About a decade ago, when the Web had reached sufficient critical mass that businesses were taking it seriously, and it wasn't just hobbyists putting up static web pages about their own obsessions, there was a period when "online community" was a big thing. Every darn business launched its own 'community," whether it made sense or not, trying to replicate the kind of energy and sense of place that arose on the Well. I spent a couple of months moderating forums part-time for a prescription drug site called Planet Rx. The forums were health-related and a bunch of people I knew had been recruited to moderate, many of them from the Well.
I wound up resigning from the moderator position pretty quickly, for reasons having to do with management at Planet Rx. The original version of this posting said it didn't last, but I just checked, and what do you know? It's still in business, which surprises me. You might remember WebVan and the online site for buying pet food, businesses that couldn't make it on the web.
At the moment, it seems like everybody and their brothers are trying to jump on the Web 2.0 bandwagon, whether it makes sense for their business or not. Social networking sites are blooming all over the place, all hoping to either be the next Facebook or Twitter, or to pull in more interest in their business. San Francisco Classical Voice, for which I review, has launched its own discussion forums, and says on the site that it aims to be "the go-to place for classical music in the Bay Area." I bet there are discussion boards at KDFC, the immensely-popular, piss-poor classical-pops station we have to make do with around here.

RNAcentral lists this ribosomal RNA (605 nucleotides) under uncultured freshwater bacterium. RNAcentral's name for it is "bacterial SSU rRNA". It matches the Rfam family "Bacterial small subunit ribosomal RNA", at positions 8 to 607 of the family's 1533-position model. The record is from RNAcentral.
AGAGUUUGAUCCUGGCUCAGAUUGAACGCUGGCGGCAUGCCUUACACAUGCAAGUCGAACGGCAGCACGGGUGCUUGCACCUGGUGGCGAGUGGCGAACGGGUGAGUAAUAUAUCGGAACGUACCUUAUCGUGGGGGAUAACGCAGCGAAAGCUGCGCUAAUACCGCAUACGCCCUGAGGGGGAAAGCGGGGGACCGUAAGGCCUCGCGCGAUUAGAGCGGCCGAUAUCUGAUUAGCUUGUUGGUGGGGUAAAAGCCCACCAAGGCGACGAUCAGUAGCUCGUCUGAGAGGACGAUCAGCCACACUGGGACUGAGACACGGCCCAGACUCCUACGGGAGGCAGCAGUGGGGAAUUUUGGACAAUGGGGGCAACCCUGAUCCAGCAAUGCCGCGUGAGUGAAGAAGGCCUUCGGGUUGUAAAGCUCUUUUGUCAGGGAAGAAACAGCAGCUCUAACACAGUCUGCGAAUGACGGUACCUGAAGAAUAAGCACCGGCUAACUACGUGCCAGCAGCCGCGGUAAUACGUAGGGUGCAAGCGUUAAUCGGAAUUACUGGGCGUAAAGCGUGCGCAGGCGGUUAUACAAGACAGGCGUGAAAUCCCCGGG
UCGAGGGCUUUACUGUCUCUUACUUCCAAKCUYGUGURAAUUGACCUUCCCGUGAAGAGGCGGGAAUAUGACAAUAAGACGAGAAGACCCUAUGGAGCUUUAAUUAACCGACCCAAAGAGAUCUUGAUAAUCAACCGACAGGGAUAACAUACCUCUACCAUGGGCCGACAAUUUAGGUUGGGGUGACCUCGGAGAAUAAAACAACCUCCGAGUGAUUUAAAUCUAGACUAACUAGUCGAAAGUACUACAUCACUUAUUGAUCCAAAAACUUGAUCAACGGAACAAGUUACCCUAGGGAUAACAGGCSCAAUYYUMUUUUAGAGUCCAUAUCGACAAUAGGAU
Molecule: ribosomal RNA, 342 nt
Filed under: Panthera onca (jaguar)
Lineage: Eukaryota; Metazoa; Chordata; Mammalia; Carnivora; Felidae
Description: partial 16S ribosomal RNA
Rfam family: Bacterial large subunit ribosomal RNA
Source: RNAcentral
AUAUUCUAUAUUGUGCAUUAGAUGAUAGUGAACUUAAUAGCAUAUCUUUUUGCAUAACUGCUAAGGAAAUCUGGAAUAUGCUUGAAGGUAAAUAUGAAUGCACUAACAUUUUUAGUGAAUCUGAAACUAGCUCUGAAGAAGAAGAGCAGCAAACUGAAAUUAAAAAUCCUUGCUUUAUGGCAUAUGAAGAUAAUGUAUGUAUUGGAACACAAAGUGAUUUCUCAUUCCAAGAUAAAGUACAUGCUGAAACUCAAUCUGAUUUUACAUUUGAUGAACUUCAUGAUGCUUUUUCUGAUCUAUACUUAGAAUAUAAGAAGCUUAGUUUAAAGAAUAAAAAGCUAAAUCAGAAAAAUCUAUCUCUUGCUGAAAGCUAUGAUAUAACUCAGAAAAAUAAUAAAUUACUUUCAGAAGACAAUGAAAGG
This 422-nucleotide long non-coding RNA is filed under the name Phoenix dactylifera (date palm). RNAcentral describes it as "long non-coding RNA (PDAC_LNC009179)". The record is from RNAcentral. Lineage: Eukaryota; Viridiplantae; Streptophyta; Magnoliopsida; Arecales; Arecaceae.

So this morning's email brings word that San Francisco Symphony has started its own social networking site. You can see it at http://community.sfsymphony.org. I strolled over and took a look, and it's about what you'd expect: places to post videos, discussion forums, Ask a Musician, Alexander Barantschik talks about his famous violin, the David, etc. There aren't too many comments up in the discussion forums, and I recognize the names of pretty much everyone who has commented. (Note to SFS: get some audience members to post before the director of public relations.)